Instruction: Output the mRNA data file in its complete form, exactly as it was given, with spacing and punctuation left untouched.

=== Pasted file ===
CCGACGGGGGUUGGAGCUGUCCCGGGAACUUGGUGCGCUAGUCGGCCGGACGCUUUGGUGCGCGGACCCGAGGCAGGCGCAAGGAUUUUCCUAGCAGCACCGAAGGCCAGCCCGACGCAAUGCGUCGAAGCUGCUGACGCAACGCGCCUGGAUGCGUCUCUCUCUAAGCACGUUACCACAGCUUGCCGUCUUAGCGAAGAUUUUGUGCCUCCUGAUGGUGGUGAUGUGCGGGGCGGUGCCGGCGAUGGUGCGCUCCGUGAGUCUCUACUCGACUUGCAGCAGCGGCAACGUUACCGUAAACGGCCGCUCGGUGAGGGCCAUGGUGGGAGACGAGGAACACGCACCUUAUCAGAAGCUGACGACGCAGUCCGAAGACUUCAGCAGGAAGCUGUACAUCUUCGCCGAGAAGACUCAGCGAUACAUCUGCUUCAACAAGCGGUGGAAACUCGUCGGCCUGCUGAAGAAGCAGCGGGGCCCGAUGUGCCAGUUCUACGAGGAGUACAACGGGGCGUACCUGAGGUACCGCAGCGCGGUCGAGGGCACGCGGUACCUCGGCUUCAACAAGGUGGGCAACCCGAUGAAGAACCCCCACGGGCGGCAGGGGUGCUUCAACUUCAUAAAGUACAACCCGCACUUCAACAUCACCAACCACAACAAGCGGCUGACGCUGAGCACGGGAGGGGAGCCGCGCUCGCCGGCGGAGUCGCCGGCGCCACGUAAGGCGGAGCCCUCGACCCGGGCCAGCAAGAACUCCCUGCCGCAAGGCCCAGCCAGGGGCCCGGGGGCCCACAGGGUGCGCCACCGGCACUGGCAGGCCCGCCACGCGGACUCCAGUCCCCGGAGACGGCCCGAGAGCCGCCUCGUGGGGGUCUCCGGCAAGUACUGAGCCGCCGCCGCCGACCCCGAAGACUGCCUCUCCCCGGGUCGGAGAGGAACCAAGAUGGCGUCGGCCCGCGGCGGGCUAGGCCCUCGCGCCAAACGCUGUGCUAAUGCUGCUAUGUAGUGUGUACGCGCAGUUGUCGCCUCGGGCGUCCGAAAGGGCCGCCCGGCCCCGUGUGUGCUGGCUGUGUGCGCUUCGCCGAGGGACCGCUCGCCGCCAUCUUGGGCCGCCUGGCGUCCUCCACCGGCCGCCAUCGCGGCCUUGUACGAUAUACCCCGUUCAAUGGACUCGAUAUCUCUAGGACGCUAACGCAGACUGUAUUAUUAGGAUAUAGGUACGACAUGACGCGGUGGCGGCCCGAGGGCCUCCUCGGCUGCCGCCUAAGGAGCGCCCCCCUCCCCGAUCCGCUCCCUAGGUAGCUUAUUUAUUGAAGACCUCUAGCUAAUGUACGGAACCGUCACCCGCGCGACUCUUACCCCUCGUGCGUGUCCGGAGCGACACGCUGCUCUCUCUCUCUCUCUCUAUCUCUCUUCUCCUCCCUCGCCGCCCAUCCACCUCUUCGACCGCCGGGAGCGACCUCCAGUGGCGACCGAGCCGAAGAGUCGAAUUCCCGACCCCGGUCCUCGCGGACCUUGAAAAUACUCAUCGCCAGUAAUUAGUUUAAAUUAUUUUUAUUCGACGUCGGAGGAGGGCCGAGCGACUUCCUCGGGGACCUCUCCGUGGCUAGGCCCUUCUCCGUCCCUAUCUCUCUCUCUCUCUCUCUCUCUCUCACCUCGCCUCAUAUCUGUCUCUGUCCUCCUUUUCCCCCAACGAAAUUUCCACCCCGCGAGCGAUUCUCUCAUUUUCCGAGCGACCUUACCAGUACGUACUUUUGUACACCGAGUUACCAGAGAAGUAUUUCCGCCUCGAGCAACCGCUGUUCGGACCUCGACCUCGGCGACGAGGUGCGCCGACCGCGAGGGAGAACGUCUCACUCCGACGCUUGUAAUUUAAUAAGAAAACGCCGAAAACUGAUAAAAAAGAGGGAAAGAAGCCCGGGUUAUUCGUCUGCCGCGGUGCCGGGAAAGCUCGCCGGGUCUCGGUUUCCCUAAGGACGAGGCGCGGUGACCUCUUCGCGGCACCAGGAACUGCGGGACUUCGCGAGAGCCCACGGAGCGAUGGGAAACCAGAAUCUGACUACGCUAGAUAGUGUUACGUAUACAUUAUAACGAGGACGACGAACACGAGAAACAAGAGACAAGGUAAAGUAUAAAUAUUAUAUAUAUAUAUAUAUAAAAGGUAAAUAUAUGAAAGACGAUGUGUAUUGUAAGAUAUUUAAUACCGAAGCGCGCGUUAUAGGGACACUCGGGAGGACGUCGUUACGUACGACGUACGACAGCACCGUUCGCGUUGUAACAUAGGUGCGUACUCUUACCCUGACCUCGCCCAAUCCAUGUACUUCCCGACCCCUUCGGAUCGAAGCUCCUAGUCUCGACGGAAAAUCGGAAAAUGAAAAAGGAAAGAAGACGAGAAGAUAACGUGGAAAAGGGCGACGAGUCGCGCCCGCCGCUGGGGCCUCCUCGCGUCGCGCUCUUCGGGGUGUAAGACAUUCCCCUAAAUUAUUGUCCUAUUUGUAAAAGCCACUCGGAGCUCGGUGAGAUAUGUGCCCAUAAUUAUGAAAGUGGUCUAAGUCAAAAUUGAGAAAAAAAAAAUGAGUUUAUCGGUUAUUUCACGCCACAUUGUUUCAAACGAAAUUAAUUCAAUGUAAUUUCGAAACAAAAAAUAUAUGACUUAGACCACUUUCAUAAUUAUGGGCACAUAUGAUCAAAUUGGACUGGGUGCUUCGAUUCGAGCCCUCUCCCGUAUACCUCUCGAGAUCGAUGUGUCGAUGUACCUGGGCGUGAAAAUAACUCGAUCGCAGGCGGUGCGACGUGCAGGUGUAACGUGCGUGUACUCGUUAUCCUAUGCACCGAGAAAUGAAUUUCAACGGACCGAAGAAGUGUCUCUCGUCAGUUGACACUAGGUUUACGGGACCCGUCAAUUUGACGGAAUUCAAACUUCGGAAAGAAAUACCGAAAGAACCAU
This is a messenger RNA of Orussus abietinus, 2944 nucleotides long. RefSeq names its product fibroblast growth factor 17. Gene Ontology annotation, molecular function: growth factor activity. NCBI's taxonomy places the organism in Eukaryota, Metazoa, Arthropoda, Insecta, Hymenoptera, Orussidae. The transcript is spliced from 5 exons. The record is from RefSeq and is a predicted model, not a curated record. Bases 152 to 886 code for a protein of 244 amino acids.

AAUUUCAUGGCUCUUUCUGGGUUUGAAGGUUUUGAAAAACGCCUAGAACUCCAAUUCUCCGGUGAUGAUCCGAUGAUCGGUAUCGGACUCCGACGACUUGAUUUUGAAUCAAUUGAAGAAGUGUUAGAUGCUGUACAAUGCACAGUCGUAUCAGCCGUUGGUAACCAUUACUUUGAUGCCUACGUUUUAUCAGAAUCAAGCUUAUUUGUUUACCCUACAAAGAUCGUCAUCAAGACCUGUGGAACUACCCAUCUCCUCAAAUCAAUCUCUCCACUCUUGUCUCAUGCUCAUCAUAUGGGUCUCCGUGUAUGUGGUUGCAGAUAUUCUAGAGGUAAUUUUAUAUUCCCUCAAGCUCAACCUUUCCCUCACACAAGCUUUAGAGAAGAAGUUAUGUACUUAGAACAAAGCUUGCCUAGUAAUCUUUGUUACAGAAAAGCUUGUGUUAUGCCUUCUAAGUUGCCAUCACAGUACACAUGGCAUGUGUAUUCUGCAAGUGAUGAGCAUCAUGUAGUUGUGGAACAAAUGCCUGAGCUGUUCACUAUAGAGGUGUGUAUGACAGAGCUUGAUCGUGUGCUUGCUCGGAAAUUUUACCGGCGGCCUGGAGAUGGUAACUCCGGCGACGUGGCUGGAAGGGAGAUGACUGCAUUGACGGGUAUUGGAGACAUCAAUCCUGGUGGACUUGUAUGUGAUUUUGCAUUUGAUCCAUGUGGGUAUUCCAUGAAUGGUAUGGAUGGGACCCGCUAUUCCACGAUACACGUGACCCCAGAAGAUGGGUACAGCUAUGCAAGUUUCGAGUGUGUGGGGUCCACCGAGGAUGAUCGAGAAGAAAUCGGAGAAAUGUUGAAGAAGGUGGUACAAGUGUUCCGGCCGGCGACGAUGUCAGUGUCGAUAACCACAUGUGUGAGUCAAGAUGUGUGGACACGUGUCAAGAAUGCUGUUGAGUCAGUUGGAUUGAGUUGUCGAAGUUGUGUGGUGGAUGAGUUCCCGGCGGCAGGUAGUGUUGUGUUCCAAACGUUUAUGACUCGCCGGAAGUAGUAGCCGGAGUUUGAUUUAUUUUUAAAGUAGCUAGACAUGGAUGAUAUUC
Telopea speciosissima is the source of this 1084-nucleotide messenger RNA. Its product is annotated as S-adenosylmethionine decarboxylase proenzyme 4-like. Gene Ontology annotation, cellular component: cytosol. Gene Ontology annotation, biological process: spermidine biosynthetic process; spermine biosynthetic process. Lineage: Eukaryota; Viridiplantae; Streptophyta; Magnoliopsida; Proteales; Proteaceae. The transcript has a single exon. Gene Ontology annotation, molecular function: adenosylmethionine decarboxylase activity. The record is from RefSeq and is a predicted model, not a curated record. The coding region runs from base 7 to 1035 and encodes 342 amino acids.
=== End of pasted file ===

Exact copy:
CCGACGGGGGUUGGAGCUGUCCCGGGAACUUGGUGCGCUAGUCGGCCGGACGCUUUGGUGCGCGGACCCGAGGCAGGCGCAAGGAUUUUCCUAGCAGCACCGAAGGCCAGCCCGACGCAAUGCGUCGAAGCUGCUGACGCAACGCGCCUGGAUGCGUCUCUCUCUAAGCACGUUACCACAGCUUGCCGUCUUAGCGAAGAUUUUGUGCCUCCUGAUGGUGGUGAUGUGCGGGGCGGUGCCGGCGAUGGUGCGCUCCGUGAGUCUCUACUCGACUUGCAGCAGCGGCAACGUUACCGUAAACGGCCGCUCGGUGAGGGCCAUGGUGGGAGACGAGGAACACGCACCUUAUCAGAAGCUGACGACGCAGUCCGAAGACUUCAGCAGGAAGCUGUACAUCUUCGCCGAGAAGACUCAGCGAUACAUCUGCUUCAACAAGCGGUGGAAACUCGUCGGCCUGCUGAAGAAGCAGCGGGGCCCGAUGUGCCAGUUCUACGAGGAGUACAACGGGGCGUACCUGAGGUACCGCAGCGCGGUCGAGGGCACGCGGUACCUCGGCUUCAACAAGGUGGGCAACCCGAUGAAGAACCCCCACGGGCGGCAGGGGUGCUUCAACUUCAUAAAGUACAACCCGCACUUCAACAUCACCAACCACAACAAGCGGCUGACGCUGAGCACGGGAGGGGAGCCGCGCUCGCCGGCGGAGUCGCCGGCGCCACGUAAGGCGGAGCCCUCGACCCGGGCCAGCAAGAACUCCCUGCCGCAAGGCCCAGCCAGGGGCCCGGGGGCCCACAGGGUGCGCCACCGGCACUGGCAGGCCCGCCACGCGGACUCCAGUCCCCGGAGACGGCCCGAGAGCCGCCUCGUGGGGGUCUCCGGCAAGUACUGAGCCGCCGCCGCCGACCCCGAAGACUGCCUCUCCCCGGGUCGGAGAGGAACCAAGAUGGCGUCGGCCCGCGGCGGGCUAGGCCCUCGCGCCAAACGCUGUGCUAAUGCUGCUAUGUAGUGUGUACGCGCAGUUGUCGCCUCGGGCGUCCGAAAGGGCCGCCCGGCCCCGUGUGUGCUGGCUGUGUGCGCUUCGCCGAGGGACCGCUCGCCGCCAUCUUGGGCCGCCUGGCGUCCUCCACCGGCCGCCAUCGCGGCCUUGUACGAUAUACCCCGUUCAAUGGACUCGAUAUCUCUAGGACGCUAACGCAGACUGUAUUAUUAGGAUAUAGGUACGACAUGACGCGGUGGCGGCCCGAGGGCCUCCUCGGCUGCCGCCUAAGGAGCGCCCCCCUCCCCGAUCCGCUCCCUAGGUAGCUUAUUUAUUGAAGACCUCUAGCUAAUGUACGGAACCGUCACCCGCGCGACUCUUACCCCUCGUGCGUGUCCGGAGCGACACGCUGCUCUCUCUCUCUCUCUCUAUCUCUCUUCUCCUCCCUCGCCGCCCAUCCACCUCUUCGACCGCCGGGAGCGACCUCCAGUGGCGACCGAGCCGAAGAGUCGAAUUCCCGACCCCGGUCCUCGCGGACCUUGAAAAUACUCAUCGCCAGUAAUUAGUUUAAAUUAUUUUUAUUCGACGUCGGAGGAGGGCCGAGCGACUUCCUCGGGGACCUCUCCGUGGCUAGGCCCUUCUCCGUCCCUAUCUCUCUCUCUCUCUCUCUCUCUCUCACCUCGCCUCAUAUCUGUCUCUGUCCUCCUUUUCCCCCAACGAAAUUUCCACCCCGCGAGCGAUUCUCUCAUUUUCCGAGCGACCUUACCAGUACGUACUUUUGUACACCGAGUUACCAGAGAAGUAUUUCCGCCUCGAGCAACCGCUGUUCGGACCUCGACCUCGGCGACGAGGUGCGCCGACCGCGAGGGAGAACGUCUCACUCCGACGCUUGUAAUUUAAUAAGAAAACGCCGAAAACUGAUAAAAAAGAGGGAAAGAAGCCCGGGUUAUUCGUCUGCCGCGGUGCCGGGAAAGCUCGCCGGGUCUCGGUUUCCCUAAGGACGAGGCGCGGUGACCUCUUCGCGGCACCAGGAACUGCGGGACUUCGCGAGAGCCCACGGAGCGAUGGGAAACCAGAAUCUGACUACGCUAGAUAGUGUUACGUAUACAUUAUAACGAGGACGACGAACACGAGAAACAAGAGACAAGGUAAAGUAUAAAUAUUAUAUAUAUAUAUAUAUAAAAGGUAAAUAUAUGAAAGACGAUGUGUAUUGUAAGAUAUUUAAUACCGAAGCGCGCGUUAUAGGGACACUCGGGAGGACGUCGUUACGUACGACGUACGACAGCACCGUUCGCGUUGUAACAUAGGUGCGUACUCUUACCCUGACCUCGCCCAAUCCAUGUACUUCCCGACCCCUUCGGAUCGAAGCUCCUAGUCUCGACGGAAAAUCGGAAAAUGAAAAAGGAAAGAAGACGAGAAGAUAACGUGGAAAAGGGCGACGAGUCGCGCCCGCCGCUGGGGCCUCCUCGCGUCGCGCUCUUCGGGGUGUAAGACAUUCCCCUAAAUUAUUGUCCUAUUUGUAAAAGCCACUCGGAGCUCGGUGAGAUAUGUGCCCAUAAUUAUGAAAGUGGUCUAAGUCAAAAUUGAGAAAAAAAAAAUGAGUUUAUCGGUUAUUUCACGCCACAUUGUUUCAAACGAAAUUAAUUCAAUGUAAUUUCGAAACAAAAAAUAUAUGACUUAGACCACUUUCAUAAUUAUGGGCACAUAUGAUCAAAUUGGACUGGGUGCUUCGAUUCGAGCCCUCUCCCGUAUACCUCUCGAGAUCGAUGUGUCGAUGUACCUGGGCGUGAAAAUAACUCGAUCGCAGGCGGUGCGACGUGCAGGUGUAACGUGCGUGUACUCGUUAUCCUAUGCACCGAGAAAUGAAUUUCAACGGACCGAAGAAGUGUCUCUCGUCAGUUGACACUAGGUUUACGGGACCCGUCAAUUUGACGGAAUUCAAACUUCGGAAAGAAAUACCGAAAGAACCAU
This is a messenger RNA of Orussus abietinus, 2944 nucleotides long. RefSeq names its product fibroblast growth factor 17. Gene Ontology annotation, molecular function: growth factor activity. NCBI's taxonomy places the organism in Eukaryota, Metazoa, Arthropoda, Insecta, Hymenoptera, Orussidae. The transcript is spliced from 5 exons. The record is from RefSeq and is a predicted model, not a curated record. Bases 152 to 886 code for a protein of 244 amino acids.

AAUUUCAUGGCUCUUUCUGGGUUUGAAGGUUUUGAAAAACGCCUAGAACUCCAAUUCUCCGGUGAUGAUCCGAUGAUCGGUAUCGGACUCCGACGACUUGAUUUUGAAUCAAUUGAAGAAGUGUUAGAUGCUGUACAAUGCACAGUCGUAUCAGCCGUUGGUAACCAUUACUUUGAUGCCUACGUUUUAUCAGAAUCAAGCUUAUUUGUUUACCCUACAAAGAUCGUCAUCAAGACCUGUGGAACUACCCAUCUCCUCAAAUCAAUCUCUCCACUCUUGUCUCAUGCUCAUCAUAUGGGUCUCCGUGUAUGUGGUUGCAGAUAUUCUAGAGGUAAUUUUAUAUUCCCUCAAGCUCAACCUUUCCCUCACACAAGCUUUAGAGAAGAAGUUAUGUACUUAGAACAAAGCUUGCCUAGUAAUCUUUGUUACAGAAAAGCUUGUGUUAUGCCUUCUAAGUUGCCAUCACAGUACACAUGGCAUGUGUAUUCUGCAAGUGAUGAGCAUCAUGUAGUUGUGGAACAAAUGCCUGAGCUGUUCACUAUAGAGGUGUGUAUGACAGAGCUUGAUCGUGUGCUUGCUCGGAAAUUUUACCGGCGGCCUGGAGAUGGUAACUCCGGCGACGUGGCUGGAAGGGAGAUGACUGCAUUGACGGGUAUUGGAGACAUCAAUCCUGGUGGACUUGUAUGUGAUUUUGCAUUUGAUCCAUGUGGGUAUUCCAUGAAUGGUAUGGAUGGGACCCGCUAUUCCACGAUACACGUGACCCCAGAAGAUGGGUACAGCUAUGCAAGUUUCGAGUGUGUGGGGUCCACCGAGGAUGAUCGAGAAGAAAUCGGAGAAAUGUUGAAGAAGGUGGUACAAGUGUUCCGGCCGGCGACGAUGUCAGUGUCGAUAACCACAUGUGUGAGUCAAGAUGUGUGGACACGUGUCAAGAAUGCUGUUGAGUCAGUUGGAUUGAGUUGUCGAAGUUGUGUGGUGGAUGAGUUCCCGGCGGCAGGUAGUGUUGUGUUCCAAACGUUUAUGACUCGCCGGAAGUAGUAGCCGGAGUUUGAUUUAUUUUUAAAGUAGCUAGACAUGGAUGAUAUUC
Telopea speciosissima is the source of this 1084-nucleotide messenger RNA. Its product is annotated as S-adenosylmethionine decarboxylase proenzyme 4-like. Gene Ontology annotation, cellular component: cytosol. Gene Ontology annotation, biological process: spermidine biosynthetic process; spermine biosynthetic process. Lineage: Eukaryota; Viridiplantae; Streptophyta; Magnoliopsida; Proteales; Proteaceae. The transcript has a single exon. Gene Ontology annotation, molecular function: adenosylmethionine decarboxylase activity. The record is from RefSeq and is a predicted model, not a curated record. The coding region runs from base 7 to 1035 and encodes 342 amino acids.